a.- City/town: La Serena has some sights to see, like the Japanese Garden and Archaeological Museum. Public transportation is cheap, so take advantage of it and go places. There are a lot of churches (including a Mormon temple and mosque) if you’re religious, but if you’re not, you’ll have no issues here.
b.- Weather: Look up information on the climate of La Serena. Depending on what time of the year, weather conditions will be very different. They don’t get snow here, so it won’t get too cold. I was here in Autumn, brought a rain jacket and didn’t use it a single day. Winter may be a different story.
c.- Local People: There will be people who speak English, so if you get lost there’s bound to be at least one person who can help you if you don’t speak Spanish, but knowing Spanish will help tremendously. If visiting a larger city, watch out for people who will come up to you asking for money, it can be scary/ overwhelming if you aren’t expecting it.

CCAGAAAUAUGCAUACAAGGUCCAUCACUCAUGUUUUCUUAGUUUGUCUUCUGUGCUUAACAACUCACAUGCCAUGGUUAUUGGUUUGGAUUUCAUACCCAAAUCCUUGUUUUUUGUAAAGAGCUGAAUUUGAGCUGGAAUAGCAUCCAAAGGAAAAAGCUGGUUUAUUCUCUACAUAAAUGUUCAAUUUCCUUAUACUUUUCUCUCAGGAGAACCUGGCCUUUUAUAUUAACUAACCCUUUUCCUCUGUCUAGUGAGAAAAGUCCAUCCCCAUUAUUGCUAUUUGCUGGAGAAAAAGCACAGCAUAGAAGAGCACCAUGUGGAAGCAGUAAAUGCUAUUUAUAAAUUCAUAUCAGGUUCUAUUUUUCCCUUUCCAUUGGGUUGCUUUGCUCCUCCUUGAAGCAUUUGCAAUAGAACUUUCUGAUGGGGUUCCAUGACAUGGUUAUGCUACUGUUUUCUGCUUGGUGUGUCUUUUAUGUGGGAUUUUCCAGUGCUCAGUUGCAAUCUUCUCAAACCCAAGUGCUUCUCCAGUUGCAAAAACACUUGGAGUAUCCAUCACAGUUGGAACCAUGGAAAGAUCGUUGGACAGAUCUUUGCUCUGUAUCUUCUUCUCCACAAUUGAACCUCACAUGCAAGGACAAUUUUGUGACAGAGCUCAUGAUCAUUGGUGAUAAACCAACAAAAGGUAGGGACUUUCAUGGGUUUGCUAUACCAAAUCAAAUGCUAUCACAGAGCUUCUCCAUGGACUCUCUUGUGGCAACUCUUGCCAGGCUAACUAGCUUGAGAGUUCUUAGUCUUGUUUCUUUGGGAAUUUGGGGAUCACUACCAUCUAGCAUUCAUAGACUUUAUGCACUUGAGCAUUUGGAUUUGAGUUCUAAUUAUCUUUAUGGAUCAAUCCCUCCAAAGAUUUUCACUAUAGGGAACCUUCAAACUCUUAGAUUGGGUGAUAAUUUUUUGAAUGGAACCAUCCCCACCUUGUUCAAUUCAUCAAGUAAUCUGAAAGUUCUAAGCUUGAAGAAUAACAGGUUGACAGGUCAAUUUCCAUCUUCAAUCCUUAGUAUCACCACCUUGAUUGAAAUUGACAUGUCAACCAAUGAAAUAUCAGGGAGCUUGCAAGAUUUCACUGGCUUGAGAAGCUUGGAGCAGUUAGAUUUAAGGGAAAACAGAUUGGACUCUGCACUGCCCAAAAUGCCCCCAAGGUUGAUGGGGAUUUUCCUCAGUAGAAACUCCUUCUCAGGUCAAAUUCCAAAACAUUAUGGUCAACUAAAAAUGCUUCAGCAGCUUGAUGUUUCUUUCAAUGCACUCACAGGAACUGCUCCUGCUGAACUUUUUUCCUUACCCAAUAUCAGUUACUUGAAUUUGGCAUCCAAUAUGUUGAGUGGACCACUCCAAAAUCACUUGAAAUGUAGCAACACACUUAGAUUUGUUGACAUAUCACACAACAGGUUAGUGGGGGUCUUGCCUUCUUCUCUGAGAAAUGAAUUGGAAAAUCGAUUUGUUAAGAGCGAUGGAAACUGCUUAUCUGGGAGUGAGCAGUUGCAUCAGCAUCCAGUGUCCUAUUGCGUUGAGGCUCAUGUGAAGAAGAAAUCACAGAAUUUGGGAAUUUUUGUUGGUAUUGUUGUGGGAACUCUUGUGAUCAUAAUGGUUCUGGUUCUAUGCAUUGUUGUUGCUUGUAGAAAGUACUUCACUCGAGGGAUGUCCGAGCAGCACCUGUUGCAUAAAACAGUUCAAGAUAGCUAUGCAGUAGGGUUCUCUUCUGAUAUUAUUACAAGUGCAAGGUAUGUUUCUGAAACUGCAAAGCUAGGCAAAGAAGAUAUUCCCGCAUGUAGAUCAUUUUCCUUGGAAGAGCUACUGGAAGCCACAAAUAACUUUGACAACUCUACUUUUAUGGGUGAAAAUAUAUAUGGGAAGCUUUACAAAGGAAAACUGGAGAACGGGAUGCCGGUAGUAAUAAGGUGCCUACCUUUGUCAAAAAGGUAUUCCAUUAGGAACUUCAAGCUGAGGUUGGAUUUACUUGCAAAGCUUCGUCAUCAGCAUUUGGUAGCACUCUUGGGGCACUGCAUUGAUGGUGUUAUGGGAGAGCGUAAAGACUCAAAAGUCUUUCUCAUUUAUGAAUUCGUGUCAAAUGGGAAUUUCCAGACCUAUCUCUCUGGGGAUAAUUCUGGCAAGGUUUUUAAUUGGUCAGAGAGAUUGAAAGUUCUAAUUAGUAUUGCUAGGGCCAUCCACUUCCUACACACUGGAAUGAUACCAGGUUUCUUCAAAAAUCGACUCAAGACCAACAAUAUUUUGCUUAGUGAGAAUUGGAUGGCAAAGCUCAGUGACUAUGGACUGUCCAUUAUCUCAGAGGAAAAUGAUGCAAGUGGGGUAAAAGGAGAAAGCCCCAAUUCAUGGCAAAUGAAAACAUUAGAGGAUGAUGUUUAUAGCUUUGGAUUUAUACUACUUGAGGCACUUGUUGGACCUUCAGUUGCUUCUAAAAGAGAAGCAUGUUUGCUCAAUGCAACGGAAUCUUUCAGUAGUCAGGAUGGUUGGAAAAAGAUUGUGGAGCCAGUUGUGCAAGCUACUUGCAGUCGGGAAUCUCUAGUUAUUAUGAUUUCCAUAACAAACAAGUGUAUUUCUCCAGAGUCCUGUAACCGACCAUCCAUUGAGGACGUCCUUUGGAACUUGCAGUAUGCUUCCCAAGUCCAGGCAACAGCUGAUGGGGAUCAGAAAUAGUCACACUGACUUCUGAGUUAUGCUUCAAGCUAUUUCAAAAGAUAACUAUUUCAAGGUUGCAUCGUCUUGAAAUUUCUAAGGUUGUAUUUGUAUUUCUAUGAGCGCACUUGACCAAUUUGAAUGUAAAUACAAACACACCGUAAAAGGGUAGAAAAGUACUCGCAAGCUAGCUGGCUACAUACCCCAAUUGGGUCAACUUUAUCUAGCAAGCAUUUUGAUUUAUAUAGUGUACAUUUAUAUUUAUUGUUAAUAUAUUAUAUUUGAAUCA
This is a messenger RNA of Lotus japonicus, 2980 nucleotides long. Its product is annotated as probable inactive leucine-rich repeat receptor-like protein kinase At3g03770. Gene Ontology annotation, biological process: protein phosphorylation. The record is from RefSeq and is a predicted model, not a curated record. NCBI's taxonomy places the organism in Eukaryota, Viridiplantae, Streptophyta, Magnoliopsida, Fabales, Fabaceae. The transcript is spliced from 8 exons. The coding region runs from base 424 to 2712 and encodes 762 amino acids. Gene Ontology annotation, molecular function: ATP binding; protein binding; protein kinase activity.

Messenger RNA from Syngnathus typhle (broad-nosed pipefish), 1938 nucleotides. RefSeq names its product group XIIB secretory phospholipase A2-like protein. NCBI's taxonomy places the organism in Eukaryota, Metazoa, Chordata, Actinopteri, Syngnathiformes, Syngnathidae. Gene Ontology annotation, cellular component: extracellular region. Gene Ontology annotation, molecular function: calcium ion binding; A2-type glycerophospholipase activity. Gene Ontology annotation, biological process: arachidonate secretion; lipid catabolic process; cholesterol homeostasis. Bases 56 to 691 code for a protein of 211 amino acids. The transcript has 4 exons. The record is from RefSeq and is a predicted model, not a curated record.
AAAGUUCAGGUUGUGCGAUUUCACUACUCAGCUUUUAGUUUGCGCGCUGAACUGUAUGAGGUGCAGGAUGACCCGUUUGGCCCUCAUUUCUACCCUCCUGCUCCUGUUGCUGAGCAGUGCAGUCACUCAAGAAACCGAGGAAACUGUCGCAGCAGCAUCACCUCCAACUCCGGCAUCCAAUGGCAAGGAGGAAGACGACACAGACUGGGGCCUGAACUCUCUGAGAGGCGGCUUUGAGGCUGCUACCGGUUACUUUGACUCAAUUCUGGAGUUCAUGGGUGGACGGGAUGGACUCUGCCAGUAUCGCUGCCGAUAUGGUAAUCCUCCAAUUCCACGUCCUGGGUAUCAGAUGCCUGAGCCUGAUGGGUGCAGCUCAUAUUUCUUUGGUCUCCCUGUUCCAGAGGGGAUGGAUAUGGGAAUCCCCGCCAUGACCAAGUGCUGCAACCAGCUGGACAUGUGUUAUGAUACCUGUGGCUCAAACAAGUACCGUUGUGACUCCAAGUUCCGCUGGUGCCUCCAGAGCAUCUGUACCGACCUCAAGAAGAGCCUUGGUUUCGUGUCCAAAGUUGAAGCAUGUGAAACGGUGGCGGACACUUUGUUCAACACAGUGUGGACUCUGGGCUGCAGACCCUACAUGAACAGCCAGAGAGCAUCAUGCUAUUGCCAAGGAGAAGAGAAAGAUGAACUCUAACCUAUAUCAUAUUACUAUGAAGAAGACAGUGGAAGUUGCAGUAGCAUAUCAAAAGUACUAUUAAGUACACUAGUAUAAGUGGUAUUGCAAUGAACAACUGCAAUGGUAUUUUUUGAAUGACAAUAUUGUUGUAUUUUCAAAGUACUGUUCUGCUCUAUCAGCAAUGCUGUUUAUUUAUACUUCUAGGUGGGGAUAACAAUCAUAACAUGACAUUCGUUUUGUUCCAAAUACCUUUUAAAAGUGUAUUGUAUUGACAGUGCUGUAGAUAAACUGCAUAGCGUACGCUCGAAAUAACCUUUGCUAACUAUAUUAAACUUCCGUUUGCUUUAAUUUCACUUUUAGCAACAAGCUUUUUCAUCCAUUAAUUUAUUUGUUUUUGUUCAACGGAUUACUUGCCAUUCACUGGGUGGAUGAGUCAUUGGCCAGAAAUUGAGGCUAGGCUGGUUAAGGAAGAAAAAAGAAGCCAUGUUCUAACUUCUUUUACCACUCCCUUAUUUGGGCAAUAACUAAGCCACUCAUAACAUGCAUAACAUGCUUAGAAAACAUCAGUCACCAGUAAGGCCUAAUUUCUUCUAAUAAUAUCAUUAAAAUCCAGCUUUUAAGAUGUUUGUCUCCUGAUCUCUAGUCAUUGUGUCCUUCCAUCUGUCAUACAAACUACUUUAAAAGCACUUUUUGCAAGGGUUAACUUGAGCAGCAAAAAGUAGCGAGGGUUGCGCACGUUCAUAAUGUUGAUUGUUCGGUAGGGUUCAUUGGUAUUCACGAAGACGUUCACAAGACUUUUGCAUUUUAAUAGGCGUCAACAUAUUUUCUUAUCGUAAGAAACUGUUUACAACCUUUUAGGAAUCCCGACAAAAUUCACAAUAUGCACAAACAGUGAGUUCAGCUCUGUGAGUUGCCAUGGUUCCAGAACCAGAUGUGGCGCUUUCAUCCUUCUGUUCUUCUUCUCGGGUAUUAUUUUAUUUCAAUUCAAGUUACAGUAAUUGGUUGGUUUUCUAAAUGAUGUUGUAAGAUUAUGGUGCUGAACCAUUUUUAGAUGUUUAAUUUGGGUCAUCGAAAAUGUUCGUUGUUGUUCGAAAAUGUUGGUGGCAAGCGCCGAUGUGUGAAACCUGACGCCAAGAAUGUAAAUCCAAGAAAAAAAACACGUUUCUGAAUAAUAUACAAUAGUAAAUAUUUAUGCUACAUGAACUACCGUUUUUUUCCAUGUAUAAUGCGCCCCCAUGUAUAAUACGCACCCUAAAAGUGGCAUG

d.- Tours: The Isla Damas tours are good, but only in Spanish unless you go with a private company. Check what time of the year the penguins can be found at the island before visiting.
In Valparaíso and Santiago, a company called Tours4Tips does, you guessed it, tours for tips. The tours are really good and you can learn insider information about the city.
6. Personal Paragraph (volunteer program testimonial), detail as possible:
This was my first time out of the country. From where my host family lived, it was a half hour walk and half hour bus ride to and from the orphanage, which I used the time to listen to audiobooks. The workers at the orphanage were very nice to me and always asked about my weekend. I loved working with the babies. I wish I had spent time trying to make friends or doing more things in the evenings.